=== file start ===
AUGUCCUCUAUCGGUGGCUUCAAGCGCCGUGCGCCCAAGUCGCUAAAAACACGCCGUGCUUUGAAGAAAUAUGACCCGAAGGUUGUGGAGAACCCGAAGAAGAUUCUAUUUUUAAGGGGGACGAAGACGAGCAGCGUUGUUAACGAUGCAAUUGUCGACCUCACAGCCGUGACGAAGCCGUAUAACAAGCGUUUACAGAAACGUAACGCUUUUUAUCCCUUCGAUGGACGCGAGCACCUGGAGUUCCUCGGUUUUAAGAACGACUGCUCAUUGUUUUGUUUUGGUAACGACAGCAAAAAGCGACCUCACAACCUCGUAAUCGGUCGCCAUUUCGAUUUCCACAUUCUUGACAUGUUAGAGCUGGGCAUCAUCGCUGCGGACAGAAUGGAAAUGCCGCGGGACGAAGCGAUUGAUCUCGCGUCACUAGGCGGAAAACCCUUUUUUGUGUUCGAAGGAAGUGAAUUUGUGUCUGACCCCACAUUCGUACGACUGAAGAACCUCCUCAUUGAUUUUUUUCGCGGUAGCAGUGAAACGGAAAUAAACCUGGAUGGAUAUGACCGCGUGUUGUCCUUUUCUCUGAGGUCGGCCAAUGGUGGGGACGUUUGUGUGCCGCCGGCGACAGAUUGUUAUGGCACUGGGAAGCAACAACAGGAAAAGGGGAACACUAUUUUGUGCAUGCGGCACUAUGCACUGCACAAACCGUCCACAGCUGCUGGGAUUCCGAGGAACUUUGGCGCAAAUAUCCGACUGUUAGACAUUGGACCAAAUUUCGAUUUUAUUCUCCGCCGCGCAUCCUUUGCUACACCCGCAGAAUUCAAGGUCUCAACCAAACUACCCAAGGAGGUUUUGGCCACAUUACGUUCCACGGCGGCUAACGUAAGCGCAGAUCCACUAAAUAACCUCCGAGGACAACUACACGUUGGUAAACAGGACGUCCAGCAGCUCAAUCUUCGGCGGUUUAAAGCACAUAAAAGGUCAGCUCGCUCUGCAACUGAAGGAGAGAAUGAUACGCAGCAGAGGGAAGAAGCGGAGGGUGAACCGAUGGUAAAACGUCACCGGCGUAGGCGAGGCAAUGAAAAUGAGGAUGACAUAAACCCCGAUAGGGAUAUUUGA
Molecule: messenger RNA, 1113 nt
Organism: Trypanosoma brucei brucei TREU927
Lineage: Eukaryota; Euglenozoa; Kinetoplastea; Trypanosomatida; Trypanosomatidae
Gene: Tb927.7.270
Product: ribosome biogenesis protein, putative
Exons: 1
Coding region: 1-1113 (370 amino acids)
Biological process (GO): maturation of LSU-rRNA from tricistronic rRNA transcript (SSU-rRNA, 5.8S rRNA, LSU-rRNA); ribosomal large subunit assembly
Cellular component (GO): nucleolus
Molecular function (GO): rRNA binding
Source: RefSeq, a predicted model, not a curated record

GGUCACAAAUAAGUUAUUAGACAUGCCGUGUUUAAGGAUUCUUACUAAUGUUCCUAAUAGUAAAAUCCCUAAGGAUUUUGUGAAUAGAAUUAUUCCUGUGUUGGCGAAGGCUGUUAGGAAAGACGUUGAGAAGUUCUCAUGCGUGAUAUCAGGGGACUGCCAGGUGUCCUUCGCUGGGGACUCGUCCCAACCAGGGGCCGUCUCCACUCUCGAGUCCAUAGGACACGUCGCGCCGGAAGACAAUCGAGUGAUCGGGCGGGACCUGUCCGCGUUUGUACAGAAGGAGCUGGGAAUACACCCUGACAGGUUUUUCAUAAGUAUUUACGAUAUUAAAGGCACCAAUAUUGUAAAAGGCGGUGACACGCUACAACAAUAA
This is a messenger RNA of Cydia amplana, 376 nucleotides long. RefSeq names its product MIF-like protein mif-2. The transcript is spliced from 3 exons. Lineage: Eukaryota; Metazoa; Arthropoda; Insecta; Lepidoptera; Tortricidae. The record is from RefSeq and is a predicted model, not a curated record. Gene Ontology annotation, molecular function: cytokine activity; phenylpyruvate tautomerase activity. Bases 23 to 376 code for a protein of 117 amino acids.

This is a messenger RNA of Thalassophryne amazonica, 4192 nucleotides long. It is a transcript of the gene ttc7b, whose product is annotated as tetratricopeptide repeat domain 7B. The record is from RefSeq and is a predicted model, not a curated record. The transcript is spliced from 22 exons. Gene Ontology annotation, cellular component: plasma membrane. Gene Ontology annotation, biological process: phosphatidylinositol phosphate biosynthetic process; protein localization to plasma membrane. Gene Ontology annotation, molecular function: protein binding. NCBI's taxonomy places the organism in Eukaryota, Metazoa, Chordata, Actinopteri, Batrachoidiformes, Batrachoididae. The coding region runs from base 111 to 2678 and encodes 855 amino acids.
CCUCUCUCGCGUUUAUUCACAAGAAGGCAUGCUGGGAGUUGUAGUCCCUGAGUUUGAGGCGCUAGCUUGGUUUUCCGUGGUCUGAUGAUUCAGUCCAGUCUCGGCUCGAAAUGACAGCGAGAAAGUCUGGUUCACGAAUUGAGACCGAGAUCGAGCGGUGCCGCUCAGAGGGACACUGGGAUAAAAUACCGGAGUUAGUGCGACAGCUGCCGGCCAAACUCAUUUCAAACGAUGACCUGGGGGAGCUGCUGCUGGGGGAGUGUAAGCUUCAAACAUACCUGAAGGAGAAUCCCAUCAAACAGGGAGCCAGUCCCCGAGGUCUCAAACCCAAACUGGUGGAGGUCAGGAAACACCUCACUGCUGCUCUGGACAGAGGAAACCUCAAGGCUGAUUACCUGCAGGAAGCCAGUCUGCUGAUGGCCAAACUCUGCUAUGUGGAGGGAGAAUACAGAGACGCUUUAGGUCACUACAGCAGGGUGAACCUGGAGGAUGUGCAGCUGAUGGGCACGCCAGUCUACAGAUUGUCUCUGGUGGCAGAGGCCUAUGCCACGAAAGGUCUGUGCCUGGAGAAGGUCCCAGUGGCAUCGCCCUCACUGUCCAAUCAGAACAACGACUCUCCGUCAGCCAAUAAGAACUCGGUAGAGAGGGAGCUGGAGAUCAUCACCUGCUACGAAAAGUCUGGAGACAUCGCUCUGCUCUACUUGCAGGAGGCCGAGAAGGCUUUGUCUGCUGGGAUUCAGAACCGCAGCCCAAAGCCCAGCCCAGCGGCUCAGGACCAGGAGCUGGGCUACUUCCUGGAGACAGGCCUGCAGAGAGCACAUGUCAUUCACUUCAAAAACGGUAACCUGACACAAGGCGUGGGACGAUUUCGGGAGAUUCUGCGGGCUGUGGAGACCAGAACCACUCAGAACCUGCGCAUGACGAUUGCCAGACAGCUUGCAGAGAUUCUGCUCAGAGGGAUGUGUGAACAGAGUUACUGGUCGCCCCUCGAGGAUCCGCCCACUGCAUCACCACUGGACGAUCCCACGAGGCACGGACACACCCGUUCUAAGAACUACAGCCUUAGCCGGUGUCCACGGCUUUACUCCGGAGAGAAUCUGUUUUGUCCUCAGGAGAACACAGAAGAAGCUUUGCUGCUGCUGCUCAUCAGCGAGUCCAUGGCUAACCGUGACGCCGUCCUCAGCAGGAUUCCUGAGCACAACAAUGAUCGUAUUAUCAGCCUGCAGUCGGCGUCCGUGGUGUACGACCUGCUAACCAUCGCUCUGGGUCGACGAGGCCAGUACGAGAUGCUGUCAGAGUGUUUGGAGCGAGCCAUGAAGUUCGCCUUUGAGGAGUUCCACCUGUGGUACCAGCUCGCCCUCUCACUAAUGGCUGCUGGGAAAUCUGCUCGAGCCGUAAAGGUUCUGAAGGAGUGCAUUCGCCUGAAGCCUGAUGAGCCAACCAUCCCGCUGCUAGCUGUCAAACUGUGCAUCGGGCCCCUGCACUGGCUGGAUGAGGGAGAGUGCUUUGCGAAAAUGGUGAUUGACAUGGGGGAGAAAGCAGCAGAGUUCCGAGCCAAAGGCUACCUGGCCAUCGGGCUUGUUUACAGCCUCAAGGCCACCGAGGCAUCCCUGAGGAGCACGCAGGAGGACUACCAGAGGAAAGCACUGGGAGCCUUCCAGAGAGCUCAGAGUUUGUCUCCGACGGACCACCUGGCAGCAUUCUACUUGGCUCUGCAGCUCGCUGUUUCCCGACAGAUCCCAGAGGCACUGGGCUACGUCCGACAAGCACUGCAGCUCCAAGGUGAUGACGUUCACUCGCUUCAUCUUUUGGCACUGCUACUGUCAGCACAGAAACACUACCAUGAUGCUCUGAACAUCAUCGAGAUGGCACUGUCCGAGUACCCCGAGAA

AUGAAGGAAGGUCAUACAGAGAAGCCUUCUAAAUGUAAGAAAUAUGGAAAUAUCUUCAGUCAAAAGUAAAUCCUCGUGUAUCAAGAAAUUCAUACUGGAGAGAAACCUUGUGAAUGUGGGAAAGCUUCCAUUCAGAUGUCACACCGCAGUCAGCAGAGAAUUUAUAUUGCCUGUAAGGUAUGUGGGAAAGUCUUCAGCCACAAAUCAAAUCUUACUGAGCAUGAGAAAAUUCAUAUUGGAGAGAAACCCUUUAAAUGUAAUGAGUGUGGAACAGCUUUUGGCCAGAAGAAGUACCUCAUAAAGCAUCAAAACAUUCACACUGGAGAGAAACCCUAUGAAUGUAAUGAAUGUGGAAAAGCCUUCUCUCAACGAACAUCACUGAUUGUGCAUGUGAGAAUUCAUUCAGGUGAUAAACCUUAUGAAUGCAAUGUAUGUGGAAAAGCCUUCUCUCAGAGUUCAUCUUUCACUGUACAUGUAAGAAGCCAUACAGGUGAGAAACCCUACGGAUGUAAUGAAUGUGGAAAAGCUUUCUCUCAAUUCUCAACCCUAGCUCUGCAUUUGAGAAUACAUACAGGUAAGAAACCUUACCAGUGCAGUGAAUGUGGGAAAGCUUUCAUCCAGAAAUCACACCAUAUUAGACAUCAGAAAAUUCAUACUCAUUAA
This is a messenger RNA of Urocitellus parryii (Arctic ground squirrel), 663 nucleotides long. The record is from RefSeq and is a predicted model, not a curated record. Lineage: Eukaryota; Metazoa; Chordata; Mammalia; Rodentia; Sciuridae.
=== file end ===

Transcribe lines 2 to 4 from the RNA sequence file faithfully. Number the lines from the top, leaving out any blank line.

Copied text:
Molecule: messenger RNA, 1113 nt
Organism: Trypanosoma brucei brucei TREU927
Lineage: Eukaryota; Euglenozoa; Kinetoplastea; Trypanosomatida; Trypanosomatidae